The “King of debt” strikes again.
In spite of his promise to wipe out the national debt, President Trump just outed Republicans for their actual lack of concern about the national debt when they are in power, reportedly telling aides he doesn’t care about the national debt in part because when it really blows up, he’ll be out of office.
Reporting in The Daily Beast, Asawin Suebsaeng and Lachlan Markay wrote that sources close to Trump say he has “repeatedly shrugged it off, implying that he doesn’t have to worry about the money owed to America’s creditors—currently about $21 trillion—because he won’t be around to shoulder the blame when it becomes even more untenable.”
Senior officials tried to explain the looming problem to Trump using charts and graphics, they report, including “showing a ‘hockey stick’ spike in the national debt in the not-too-distant future,’ but in response the Republican President noted that it would come to a head when after his second term in office and thus didn’t matter.
“Yeah, but I won’t be here,” Trump said to a source in the room.
And there you have it.
When Obama was in office, Trump and elected Republicans regularly trolled him over the deficit and debt, with Republicans shutting down the government in a pearl clutching moment over an issue that they do not seem to give a care about now:
Over $1T in annual deficit spending and adding over $6T to the debt for what? May jobless numbers are horrendous. The great Obama recovery.
— Donald J. Trump (@realDonaldTrump) June 1, 2012
Dick Cheney famously admitted that “deficits don’t matter” as he and Bush drove them up and Republican Orrin Hatch said it was “standard practice not to pay for things” in the Bush era.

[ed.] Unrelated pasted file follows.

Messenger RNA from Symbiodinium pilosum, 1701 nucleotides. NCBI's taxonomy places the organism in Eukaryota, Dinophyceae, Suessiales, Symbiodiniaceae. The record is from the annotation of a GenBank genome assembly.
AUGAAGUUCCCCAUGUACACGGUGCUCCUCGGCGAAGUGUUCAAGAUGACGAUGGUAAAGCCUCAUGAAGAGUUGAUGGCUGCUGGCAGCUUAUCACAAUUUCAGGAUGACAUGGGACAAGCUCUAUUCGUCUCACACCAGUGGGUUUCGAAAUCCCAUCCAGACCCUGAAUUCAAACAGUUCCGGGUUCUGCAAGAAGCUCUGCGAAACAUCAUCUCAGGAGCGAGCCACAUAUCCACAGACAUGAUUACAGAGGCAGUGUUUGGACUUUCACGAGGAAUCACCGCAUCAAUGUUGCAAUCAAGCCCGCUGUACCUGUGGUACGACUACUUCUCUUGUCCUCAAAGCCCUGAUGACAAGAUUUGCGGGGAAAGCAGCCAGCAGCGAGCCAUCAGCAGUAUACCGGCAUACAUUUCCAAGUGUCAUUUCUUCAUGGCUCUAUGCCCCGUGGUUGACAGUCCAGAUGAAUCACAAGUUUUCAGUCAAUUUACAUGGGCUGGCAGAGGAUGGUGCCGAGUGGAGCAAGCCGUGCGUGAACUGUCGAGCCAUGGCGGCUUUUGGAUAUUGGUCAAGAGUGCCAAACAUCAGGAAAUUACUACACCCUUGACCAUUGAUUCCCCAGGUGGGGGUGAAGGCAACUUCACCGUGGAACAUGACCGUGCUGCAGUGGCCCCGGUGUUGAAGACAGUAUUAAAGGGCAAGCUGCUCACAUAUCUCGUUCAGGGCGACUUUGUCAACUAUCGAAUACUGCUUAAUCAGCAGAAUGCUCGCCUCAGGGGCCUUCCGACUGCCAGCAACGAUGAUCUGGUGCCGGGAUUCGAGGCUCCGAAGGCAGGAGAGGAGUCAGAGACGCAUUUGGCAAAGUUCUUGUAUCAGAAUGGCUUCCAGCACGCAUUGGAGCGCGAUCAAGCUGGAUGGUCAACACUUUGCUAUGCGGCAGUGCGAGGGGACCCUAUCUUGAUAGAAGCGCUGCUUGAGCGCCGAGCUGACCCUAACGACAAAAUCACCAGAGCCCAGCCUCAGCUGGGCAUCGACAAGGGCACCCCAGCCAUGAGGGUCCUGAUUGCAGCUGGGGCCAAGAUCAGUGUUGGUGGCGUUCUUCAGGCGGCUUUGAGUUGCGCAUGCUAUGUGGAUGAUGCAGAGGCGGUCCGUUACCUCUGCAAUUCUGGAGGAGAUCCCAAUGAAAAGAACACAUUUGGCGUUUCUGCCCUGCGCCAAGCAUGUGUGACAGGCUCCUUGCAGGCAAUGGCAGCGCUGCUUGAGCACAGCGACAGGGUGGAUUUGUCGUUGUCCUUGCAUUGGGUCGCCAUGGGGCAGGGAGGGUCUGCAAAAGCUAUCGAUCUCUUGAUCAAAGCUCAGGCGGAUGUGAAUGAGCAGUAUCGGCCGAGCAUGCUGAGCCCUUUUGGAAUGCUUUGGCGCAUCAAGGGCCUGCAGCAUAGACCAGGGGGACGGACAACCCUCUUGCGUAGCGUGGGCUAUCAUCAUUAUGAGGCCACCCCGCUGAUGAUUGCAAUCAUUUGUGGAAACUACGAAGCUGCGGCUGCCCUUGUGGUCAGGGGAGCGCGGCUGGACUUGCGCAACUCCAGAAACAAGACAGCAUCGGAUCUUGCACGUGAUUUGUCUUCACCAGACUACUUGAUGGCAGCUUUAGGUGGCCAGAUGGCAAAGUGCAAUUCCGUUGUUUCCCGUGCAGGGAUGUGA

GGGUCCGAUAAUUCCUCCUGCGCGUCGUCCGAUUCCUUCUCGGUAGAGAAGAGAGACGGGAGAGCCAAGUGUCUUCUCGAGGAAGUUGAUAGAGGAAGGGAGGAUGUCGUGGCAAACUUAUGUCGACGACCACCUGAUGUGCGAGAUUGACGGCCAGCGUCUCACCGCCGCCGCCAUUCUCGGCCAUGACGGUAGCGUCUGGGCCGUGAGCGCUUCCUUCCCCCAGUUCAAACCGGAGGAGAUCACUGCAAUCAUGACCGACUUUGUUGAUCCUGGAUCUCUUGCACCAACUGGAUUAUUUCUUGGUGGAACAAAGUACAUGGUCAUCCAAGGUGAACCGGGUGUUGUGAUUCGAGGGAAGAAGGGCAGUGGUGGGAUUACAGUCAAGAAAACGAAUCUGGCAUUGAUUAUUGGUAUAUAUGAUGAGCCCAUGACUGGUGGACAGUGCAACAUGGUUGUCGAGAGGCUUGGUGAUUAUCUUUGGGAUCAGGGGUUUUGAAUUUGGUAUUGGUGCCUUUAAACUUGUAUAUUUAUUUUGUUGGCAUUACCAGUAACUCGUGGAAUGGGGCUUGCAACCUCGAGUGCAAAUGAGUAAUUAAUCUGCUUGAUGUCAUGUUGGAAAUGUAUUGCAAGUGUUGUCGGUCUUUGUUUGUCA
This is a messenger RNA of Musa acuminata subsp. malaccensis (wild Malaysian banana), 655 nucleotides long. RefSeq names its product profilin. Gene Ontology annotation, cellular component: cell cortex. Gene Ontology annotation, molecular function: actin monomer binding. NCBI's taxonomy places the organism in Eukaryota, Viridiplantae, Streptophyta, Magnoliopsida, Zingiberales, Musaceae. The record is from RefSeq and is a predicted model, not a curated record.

Representative Mark Walker (R-NC) said the deficit was “a great talking point when you have an administration that’s Democrat-led.”
So deflated is the deficit hawk cloak.
In Trump‘s second year in office, the budget deficit ballooned to $779 billion, due to both higher spending and drop in tax revenue, thanks to Trump‘s corporate welfare tax cuts that did not, it turns out to no one’s surprise, result in adding high paying jobs.
The deficit is set to hit $1 trillion in 2019. When President Obama left office, the deficit was at $666 billion.
The deficit is the annual difference between what the government spends and revenue generated, whereas the debt is the total amount of money the government owes. The debt is basically the accumulation of past deficits, minus any surpluses.
The national debt is above $20 trillion and interest payments on it have increased by $50 billion so far this year. Over the past half century, interest has averaged 2 percent of GDP, according to CRFB. “The fastest growing part of the federal budget is interest on the debt – payments made to service previous borrowing. While interest had already been projected to rise rapidly, the recent tax and budget deals will significantly accelerate that growth. As a result, our latest estimate finds interest costs will almost quadruple between 2017 and 2028 in dollar terms and reach their highest share of Gross Domestic Product (GDP) in history.”
CNN Money reported in March of this year, “Interest payments on US debt could quadruple to an eye-popping $1.05 trillion by 2028 if current policies stay in effect. That would be 3.6% of the entire American economy, according to new estimates from the Committee for a Responsible Federal Budget, a fiscal watchdog group.”
Trump promised to balance the budget as well, but now that’s nothing but a sick bumper sticker burn.
The “King of debt” (aka, Tariff Man) doesn’t care that he’s burning America to the ground, because he won’t be here to take the heat for it when it happens. But he sure is reaping the tax benefits of his corporate, wealthy tax cut theft from our revenues.
Ms. Jones is the editor-in-chief of PoliticusUSA.
Sarah hosts Politicus News and co-hosts Politicus Radio. Her analysis has been featured on several national radio, television news programs and talk shows, and print outlets including Stateside with David Shuster, as well as The Washington Post, The Atlantic Wire, CNN, MSNBC, The Week, The Hollywood Reporter, and more.
Sarah has won two Telly Awards and is a member of the Society of Professional Journalists.